Bamboozled by David Legge
It was while my grandparents read us Bamboozled that I fell in love with storytelling and the wild adventures that fiction can take us on. If you’ve never read it, or have kids of your own, I highly recommend adding it to your collection.
To Kill a Mockingbird by Harper Lee
The first classic I ever read, in the eighth grade I didn’t understand a lot of what was being said in this story about race but I identified with Scout and Jem’s adventures, their fear of their neighbour Boo Radley, and the admiration they had for their father. I was enraptured by the legal issues woven throughout the story despite not quite understanding them and remember the duration of reading as yet another time when I was oblivious to the world around me and instead existed in a haze of To Kill a Mockingbird‘s words.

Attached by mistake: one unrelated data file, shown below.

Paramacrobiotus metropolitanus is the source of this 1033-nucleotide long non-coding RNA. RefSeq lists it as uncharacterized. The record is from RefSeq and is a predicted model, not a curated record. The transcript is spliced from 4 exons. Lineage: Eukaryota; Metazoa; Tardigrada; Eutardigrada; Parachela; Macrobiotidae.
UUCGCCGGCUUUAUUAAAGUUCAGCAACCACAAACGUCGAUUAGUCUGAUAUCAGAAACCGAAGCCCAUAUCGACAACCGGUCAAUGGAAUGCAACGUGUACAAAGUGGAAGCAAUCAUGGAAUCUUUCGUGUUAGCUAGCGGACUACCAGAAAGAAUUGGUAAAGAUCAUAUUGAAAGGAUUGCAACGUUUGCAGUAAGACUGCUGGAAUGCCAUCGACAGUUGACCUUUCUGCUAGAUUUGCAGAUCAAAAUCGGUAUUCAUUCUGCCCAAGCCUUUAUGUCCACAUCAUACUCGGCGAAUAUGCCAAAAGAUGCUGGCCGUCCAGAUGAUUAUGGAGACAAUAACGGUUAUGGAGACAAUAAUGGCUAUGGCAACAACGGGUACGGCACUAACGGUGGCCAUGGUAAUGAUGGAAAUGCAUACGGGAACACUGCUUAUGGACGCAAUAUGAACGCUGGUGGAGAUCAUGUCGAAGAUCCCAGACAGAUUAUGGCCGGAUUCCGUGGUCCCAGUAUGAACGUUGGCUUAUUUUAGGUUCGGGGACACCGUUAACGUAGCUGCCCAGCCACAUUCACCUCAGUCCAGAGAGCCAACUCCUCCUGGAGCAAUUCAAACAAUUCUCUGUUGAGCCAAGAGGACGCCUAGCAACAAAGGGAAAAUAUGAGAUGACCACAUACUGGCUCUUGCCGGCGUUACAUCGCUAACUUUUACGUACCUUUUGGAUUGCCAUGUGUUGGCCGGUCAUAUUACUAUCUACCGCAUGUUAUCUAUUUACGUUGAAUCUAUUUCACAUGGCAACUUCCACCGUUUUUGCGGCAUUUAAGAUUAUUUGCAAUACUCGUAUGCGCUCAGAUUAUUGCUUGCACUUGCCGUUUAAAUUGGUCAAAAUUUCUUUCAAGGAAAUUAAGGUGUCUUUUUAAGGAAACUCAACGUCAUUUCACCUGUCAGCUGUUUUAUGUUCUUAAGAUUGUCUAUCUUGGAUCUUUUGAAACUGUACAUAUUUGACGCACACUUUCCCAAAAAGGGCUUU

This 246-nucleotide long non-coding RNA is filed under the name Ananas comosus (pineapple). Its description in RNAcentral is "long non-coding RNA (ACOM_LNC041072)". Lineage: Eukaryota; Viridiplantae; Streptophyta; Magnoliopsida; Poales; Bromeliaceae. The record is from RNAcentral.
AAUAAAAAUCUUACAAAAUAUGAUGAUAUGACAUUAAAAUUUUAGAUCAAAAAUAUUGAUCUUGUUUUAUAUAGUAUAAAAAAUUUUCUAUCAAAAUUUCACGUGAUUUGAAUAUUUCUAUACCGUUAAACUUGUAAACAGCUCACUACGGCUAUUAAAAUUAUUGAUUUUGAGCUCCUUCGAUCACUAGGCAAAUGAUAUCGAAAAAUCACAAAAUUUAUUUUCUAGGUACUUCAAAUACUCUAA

A Rose for the Crown by Anne Easter Smith
This book was, by far, one of the biggest literary undertakings I’ve ever faced. There are no chapters–instead the reader faces straight prose for 700 pages. But that prose! I was in love with this book in the way you fall in love and get lost in a painting or sunset. In changed my opinion on King Richard III and inspired me to get a B.A. in history.
I have since tried to read more by this author, but all of her prose is the same lengthy endeavour and I haven’t had the time necessary to commit to her stories properly. If you do, though, I’m telling you that it is so worth it!
What books changed your life? Tell me in the comments below! 🙂
So You Think You’re a Millennial?
Discover how the life of the Millennial is a non-stop mix of selfies and startups, Kardashians and kale, kombucha and crowdfunding, anxiety and activism, experiences and entitlement.